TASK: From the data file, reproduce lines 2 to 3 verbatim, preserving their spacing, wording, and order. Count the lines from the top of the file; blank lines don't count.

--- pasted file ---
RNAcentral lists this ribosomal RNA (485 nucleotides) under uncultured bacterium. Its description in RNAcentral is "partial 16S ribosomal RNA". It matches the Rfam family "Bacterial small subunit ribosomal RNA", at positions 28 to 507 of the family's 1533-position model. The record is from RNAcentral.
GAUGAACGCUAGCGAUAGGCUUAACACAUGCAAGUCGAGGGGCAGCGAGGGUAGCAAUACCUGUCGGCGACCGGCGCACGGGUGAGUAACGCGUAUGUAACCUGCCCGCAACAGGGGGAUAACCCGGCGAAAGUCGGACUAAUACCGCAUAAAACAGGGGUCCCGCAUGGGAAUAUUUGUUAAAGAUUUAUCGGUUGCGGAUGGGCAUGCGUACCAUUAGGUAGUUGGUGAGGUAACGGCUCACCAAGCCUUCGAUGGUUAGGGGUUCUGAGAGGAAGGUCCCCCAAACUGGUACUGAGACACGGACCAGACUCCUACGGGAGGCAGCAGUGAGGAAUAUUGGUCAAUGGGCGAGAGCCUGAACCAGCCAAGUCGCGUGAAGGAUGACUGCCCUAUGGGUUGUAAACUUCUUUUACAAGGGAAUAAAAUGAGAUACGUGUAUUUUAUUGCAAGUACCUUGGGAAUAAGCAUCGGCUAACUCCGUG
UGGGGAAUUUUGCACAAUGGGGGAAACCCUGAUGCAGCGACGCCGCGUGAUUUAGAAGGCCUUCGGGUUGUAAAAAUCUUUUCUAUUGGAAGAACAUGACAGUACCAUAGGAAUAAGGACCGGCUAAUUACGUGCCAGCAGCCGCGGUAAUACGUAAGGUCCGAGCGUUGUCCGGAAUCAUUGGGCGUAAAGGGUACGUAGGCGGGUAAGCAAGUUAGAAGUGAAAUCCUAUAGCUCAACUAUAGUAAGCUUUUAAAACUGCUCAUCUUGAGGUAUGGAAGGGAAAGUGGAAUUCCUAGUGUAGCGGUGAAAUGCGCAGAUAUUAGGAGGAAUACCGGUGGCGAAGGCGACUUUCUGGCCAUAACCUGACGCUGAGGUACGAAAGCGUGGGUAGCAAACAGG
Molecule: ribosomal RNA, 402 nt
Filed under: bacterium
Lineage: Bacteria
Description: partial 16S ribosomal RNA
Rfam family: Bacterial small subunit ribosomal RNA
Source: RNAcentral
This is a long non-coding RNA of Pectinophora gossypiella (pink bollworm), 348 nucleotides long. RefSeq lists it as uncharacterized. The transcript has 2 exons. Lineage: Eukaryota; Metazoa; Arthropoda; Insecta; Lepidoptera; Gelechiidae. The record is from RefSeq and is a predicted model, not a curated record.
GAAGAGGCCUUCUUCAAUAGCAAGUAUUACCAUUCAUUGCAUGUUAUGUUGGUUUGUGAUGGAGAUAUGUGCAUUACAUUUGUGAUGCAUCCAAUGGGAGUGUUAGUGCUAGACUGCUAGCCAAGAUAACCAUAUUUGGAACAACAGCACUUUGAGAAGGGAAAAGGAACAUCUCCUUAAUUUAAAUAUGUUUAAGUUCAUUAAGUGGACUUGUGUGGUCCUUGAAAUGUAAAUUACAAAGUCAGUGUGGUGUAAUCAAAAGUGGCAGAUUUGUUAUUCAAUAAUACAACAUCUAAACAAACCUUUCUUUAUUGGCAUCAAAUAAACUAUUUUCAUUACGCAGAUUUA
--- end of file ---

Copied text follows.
GAUGAACGCUAGCGAUAGGCUUAACACAUGCAAGUCGAGGGGCAGCGAGGGUAGCAAUACCUGUCGGCGACCGGCGCACGGGUGAGUAACGCGUAUGUAACCUGCCCGCAACAGGGGGAUAACCCGGCGAAAGUCGGACUAAUACCGCAUAAAACAGGGGUCCCGCAUGGGAAUAUUUGUUAAAGAUUUAUCGGUUGCGGAUGGGCAUGCGUACCAUUAGGUAGUUGGUGAGGUAACGGCUCACCAAGCCUUCGAUGGUUAGGGGUUCUGAGAGGAAGGUCCCCCAAACUGGUACUGAGACACGGACCAGACUCCUACGGGAGGCAGCAGUGAGGAAUAUUGGUCAAUGGGCGAGAGCCUGAACCAGCCAAGUCGCGUGAAGGAUGACUGCCCUAUGGGUUGUAAACUUCUUUUACAAGGGAAUAAAAUGAGAUACGUGUAUUUUAUUGCAAGUACCUUGGGAAUAAGCAUCGGCUAACUCCGUG
UGGGGAAUUUUGCACAAUGGGGGAAACCCUGAUGCAGCGACGCCGCGUGAUUUAGAAGGCCUUCGGGUUGUAAAAAUCUUUUCUAUUGGAAGAACAUGACAGUACCAUAGGAAUAAGGACCGGCUAAUUACGUGCCAGCAGCCGCGGUAAUACGUAAGGUCCGAGCGUUGUCCGGAAUCAUUGGGCGUAAAGGGUACGUAGGCGGGUAAGCAAGUUAGAAGUGAAAUCCUAUAGCUCAACUAUAGUAAGCUUUUAAAACUGCUCAUCUUGAGGUAUGGAAGGGAAAGUGGAAUUCCUAGUGUAGCGGUGAAAUGCGCAGAUAUUAGGAGGAAUACCGGUGGCGAAGGCGACUUUCUGGCCAUAACCUGACGCUGAGGUACGAAAGCGUGGGUAGCAAACAGG